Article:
Diabetes – What is Diabetes?
Diabetes is a serious disease that affects millions of people each year. It happens when the body fails to make enough insulin or make use of the insulin it does have effectively.
The good news is that it can be treated and can be treated or delayed through diet, exercise and medication. It is important to understand the symptoms so you can identify whether you have a problem and seek treatment.
What is diabetes?
Diabetes is an ongoing (long-lasting) health condition that affects how your body turns food into energy. It occurs when your pancreas doesn’t produce enough insulin, or fails to use it as efficiently as it should.
Insulin is a hormone that assists your cells absorb and use sugar, which is known as glucose. People suffering from type 2 diabetes do not produce enough insulin or their bodies aren’t able to make it in a proper way.
The blood sugar levels rise over time in both types of diabetes. This can cause issues with the kidneys, eyes and feet. It can also harm the arteries in your heart and brain.
Type 1 diabetes
Type 1 diabetes is an autoimmune disease which means that your body’s immune system attacks and destroys insulin-producing cells inside the pancreas. This process can take many years or months until it eventually leads to a total lack of insulin.
Insulin is a requirement for people with type 1 diabetes every day. They must also keep an eye on their blood sugar levels and adjust their insulin, food and activity levels to keep their blood sugar in the healthy range.
Type 2 diabetes
If you suffer from type 2 diabetes, your body is not functioning as insulin should. Insulin is a hormone that aids your cells in moving glucose (blood sugar) from your blood into your cells, which is then used as energy.
Type 2 diabetics should exercise and eat a healthy diet. They may also have to take medication to manage their blood glucose levels.
Women with diabetes are afflicted with symptoms
Diabetes is a chronic condition that affects people of all races as well as ethnic groups age, genders, and ages. However women are at higher risk than males.
Women with diabetes have a higher chance of developing complications than men, including heart disease (the most common diabetes complication) and loss of vision.
One early warning sign of women suffering from diabetes is a higher thirst and increased urination, called polydipsia. This is because diabetes can create excess sugar in your bloodstream, and your kidneys cannot eliminate it.
Men with diabetes The signs and symptoms
In the case of diabetes the cells are unable make use of blood sugar (glucose) for energy. This usually happens because the pancreas is producing too little insulin.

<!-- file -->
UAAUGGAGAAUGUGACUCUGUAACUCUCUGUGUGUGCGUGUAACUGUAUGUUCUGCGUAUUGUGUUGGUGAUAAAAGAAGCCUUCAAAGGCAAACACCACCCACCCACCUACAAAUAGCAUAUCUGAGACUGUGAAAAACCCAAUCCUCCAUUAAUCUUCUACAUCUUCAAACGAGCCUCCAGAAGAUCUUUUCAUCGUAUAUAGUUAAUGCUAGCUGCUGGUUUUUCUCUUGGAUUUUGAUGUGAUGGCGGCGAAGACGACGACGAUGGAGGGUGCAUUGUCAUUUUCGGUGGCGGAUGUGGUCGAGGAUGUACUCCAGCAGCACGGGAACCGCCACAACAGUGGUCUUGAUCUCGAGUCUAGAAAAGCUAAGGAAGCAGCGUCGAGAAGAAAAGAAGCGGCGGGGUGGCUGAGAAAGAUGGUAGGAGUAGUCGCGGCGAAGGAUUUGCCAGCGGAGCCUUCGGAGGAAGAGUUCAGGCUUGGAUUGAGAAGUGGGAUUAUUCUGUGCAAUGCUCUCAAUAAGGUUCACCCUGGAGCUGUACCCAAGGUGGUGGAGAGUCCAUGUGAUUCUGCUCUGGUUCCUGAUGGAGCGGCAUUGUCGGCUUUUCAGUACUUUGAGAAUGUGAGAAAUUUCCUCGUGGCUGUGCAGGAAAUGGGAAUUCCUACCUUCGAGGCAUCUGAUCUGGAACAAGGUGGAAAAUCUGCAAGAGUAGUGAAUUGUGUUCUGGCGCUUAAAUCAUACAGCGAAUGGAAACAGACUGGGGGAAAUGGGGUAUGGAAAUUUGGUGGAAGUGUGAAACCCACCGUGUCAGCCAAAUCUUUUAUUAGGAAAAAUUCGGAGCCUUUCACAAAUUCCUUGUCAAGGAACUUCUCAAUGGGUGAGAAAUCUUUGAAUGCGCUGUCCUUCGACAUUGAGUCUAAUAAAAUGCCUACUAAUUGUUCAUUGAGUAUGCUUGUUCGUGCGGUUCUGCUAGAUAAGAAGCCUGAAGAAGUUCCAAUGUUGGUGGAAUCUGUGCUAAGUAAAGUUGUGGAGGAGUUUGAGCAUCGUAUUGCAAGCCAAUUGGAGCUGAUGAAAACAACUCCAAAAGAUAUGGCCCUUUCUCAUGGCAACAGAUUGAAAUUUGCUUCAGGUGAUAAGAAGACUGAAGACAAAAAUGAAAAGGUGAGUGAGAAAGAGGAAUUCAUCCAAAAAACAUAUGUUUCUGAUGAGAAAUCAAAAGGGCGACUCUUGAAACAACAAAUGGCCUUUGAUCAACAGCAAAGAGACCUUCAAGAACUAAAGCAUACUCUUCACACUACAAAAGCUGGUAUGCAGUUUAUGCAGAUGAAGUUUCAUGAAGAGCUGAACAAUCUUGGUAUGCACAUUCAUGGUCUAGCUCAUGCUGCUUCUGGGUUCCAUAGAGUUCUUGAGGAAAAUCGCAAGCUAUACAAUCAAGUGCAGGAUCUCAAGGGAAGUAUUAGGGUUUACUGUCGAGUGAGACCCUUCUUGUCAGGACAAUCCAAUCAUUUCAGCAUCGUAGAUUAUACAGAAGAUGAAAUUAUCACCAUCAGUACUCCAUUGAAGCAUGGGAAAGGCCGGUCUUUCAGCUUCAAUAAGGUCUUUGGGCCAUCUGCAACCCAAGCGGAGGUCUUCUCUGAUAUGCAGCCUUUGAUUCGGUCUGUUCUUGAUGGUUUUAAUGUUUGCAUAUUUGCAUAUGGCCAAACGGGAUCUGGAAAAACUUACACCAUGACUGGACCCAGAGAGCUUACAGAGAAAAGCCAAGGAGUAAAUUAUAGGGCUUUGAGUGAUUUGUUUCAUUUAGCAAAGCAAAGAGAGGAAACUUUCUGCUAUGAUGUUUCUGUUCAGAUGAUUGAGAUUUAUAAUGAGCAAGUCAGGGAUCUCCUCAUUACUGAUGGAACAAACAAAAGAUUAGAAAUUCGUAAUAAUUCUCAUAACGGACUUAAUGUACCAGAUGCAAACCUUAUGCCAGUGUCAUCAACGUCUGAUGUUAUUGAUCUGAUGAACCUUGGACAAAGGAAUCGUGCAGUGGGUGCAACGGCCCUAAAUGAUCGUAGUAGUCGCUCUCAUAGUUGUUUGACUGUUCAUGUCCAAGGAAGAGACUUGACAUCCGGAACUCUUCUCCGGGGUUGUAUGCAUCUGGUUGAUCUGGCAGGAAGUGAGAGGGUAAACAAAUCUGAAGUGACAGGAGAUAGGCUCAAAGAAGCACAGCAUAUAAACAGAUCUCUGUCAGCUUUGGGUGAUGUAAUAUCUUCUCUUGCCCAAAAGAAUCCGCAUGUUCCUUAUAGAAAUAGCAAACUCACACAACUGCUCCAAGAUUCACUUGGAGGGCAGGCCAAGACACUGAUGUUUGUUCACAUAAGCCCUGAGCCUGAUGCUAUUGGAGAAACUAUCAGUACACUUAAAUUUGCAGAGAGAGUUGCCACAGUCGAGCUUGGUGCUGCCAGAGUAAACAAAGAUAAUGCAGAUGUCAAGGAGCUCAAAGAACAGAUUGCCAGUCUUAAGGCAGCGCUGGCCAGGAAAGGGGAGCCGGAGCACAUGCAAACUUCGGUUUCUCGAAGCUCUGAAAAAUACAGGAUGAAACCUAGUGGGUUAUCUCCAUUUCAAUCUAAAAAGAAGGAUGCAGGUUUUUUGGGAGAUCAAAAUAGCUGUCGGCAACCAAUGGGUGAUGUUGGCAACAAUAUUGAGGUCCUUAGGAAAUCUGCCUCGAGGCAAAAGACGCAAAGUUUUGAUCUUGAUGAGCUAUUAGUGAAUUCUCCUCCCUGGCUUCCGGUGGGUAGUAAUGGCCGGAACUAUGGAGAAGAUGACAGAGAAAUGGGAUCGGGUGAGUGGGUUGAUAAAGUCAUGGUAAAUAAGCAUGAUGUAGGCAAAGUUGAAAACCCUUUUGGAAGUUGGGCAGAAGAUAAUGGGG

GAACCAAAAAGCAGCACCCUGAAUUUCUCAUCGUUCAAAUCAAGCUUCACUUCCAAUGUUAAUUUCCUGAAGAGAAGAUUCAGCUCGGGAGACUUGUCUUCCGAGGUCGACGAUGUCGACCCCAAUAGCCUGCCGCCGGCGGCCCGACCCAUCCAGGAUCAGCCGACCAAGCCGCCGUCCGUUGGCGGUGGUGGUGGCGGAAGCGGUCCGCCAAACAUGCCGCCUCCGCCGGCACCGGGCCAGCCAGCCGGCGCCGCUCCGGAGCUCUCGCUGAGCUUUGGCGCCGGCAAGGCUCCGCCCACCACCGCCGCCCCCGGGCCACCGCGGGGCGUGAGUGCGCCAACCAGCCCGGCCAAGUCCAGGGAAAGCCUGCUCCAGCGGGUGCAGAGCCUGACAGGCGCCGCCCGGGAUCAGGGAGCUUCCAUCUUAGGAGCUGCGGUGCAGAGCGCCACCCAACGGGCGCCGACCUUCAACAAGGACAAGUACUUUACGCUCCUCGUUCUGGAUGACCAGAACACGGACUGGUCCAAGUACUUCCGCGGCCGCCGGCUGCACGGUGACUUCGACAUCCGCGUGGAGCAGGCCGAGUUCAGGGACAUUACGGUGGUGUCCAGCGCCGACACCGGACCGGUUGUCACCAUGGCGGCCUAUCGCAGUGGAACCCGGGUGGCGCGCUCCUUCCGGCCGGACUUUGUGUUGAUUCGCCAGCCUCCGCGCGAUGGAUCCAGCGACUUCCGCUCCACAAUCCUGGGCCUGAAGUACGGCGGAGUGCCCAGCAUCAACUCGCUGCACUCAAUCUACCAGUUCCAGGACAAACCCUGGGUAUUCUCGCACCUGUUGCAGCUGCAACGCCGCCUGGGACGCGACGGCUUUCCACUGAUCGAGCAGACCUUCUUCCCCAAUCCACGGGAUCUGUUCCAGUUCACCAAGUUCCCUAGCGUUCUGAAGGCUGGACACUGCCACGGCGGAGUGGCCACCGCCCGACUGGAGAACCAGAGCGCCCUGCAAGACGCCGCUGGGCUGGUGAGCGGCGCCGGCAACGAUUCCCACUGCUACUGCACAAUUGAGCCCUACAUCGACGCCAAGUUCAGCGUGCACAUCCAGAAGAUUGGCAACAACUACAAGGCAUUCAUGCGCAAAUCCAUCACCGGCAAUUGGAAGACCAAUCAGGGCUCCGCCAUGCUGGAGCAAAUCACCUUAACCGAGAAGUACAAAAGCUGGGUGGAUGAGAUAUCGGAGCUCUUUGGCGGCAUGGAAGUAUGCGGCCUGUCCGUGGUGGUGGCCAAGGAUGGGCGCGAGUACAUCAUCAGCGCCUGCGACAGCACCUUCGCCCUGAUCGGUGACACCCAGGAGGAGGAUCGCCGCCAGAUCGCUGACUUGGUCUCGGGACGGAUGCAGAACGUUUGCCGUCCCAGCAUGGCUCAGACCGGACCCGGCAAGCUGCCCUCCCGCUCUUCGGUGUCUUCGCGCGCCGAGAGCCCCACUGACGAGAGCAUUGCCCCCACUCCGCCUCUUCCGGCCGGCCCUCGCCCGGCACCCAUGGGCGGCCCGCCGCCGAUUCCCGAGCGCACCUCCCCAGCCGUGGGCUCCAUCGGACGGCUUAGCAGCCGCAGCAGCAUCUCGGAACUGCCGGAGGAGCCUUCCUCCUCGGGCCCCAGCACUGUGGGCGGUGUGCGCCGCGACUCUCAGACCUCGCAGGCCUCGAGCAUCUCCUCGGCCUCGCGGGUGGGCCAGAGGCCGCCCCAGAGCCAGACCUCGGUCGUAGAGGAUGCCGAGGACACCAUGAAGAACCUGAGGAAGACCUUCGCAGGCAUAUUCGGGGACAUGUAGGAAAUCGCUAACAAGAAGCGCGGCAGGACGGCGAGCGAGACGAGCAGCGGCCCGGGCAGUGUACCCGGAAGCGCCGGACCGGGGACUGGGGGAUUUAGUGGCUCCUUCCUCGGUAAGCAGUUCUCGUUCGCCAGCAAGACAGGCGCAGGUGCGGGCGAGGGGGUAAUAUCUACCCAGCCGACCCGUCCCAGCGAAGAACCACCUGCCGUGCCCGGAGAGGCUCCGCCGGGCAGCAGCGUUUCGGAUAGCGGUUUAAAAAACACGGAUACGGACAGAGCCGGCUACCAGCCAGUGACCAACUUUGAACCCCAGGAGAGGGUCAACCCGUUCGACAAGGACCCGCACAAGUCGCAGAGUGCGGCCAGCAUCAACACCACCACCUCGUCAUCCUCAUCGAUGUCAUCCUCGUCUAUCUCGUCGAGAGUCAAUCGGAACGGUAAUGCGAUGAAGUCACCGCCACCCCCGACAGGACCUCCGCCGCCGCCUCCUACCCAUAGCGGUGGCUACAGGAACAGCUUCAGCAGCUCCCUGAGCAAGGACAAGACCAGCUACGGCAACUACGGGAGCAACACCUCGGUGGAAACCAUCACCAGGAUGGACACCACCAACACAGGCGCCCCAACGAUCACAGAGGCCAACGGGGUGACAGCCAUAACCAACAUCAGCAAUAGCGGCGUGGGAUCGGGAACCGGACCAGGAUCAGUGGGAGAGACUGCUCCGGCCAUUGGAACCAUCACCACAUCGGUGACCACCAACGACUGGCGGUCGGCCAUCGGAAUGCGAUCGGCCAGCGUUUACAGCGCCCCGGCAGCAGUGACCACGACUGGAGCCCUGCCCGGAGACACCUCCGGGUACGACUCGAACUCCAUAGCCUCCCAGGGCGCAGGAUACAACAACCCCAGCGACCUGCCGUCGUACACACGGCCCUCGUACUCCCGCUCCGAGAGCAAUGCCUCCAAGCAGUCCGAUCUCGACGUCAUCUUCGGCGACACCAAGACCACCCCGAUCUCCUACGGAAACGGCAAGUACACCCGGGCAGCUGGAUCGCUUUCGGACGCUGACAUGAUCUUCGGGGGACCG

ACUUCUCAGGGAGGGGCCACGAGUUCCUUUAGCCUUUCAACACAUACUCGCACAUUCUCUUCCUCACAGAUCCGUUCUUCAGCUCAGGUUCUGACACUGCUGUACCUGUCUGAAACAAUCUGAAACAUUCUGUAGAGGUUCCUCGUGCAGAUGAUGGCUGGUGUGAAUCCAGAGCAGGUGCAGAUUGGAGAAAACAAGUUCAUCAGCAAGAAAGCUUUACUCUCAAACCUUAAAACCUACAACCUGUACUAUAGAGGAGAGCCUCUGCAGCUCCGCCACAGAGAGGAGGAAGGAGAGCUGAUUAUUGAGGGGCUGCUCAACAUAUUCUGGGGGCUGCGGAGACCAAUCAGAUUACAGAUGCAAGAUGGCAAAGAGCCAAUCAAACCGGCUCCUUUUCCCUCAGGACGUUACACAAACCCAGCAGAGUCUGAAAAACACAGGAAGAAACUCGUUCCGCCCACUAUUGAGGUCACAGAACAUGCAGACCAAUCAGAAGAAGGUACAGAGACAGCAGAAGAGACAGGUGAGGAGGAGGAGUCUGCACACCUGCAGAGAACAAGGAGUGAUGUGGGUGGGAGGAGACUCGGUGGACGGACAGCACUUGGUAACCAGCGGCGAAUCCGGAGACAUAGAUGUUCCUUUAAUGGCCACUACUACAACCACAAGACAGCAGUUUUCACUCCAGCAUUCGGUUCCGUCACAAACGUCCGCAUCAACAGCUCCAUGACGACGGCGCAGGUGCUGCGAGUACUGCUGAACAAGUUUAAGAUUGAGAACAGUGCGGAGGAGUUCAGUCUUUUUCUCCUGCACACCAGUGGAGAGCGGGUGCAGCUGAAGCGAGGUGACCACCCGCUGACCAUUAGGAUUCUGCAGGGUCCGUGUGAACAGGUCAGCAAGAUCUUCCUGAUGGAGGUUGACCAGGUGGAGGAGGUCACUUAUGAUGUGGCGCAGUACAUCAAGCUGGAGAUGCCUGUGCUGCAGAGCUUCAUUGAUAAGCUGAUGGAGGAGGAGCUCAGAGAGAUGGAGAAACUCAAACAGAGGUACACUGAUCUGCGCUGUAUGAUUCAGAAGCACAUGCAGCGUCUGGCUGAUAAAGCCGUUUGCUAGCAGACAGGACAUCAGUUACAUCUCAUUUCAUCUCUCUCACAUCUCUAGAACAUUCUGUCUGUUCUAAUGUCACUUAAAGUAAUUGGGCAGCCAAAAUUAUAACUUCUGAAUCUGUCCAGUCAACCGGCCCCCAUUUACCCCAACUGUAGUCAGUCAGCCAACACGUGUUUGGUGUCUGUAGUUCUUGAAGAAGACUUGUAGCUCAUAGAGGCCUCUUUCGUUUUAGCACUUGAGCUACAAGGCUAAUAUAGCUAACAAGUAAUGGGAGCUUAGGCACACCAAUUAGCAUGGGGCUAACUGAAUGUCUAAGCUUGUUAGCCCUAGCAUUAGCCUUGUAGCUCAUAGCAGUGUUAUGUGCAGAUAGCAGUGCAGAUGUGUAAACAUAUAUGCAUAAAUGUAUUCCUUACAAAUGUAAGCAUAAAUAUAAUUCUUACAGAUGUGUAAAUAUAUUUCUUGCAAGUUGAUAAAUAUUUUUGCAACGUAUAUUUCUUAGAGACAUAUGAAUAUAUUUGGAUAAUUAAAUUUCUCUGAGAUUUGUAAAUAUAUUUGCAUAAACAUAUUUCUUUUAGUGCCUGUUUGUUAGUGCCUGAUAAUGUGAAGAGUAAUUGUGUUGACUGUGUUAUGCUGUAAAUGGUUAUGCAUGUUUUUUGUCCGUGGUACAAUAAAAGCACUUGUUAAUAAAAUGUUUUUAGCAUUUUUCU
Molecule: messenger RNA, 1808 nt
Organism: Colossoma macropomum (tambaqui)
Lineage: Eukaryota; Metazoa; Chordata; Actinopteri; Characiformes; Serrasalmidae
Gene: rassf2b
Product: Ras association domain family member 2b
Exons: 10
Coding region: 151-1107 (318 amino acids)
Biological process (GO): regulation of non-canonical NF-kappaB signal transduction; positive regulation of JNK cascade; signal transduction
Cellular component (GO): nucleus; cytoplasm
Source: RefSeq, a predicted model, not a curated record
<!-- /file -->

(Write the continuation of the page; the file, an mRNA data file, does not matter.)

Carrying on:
This causes high blood sugar levels. Your body will then attempt to lower these levels by flushing out the excess glucose from your bloodstream via urine.
People with diabetes frequently have a thirsty feeling and must drink large amounts of fluids. This can be up to 4 liters a day.
Men can also lose weight because their bodies make use of muscles for energy instead of fat. This is due to the fact that the blood sugar level stays high for extended periods of time.
A healthy diet for diabetes can be an essential part of managing the condition. It can help manage blood sugar levels control weight and reduce the risk factors that can lead to heart disease.
You should include whole foods in your diet, such as fruits, vegetables, and whole grains. Also, low-fat dairy products such as beans, legumes, and beans are great choices. It should be free of added sugars and saturated fats (unhealthy).
You might also want to limit the amount of sweetened drinks with sugar you consume. These drinks often have plenty of sugar in them that can cause elevated blood sugar levels.
Your doctor might prescribe diabetes-related medications to keep your blood sugar (glucose) levels within the normal range. These medications are typically used with lifestyle changes, such as exercise and diet to help control your diabetes.
If your blood sugar levels are not being controlled by one medication, you might need to take a different medication. Your doctor will guide you to choose the best medicine to suit your preferences and needs.
Newer medications, like sodium-glucose cotransporter-2 inhibitors and glucagon-like peptide-1 receptor antagonists, lower blood sugar levels and provide benefits for the kidneys and cardiovascular system, as well as decreasing the risk of complications. They’re also helpful for weight loss and are available in injectable and tablet forms.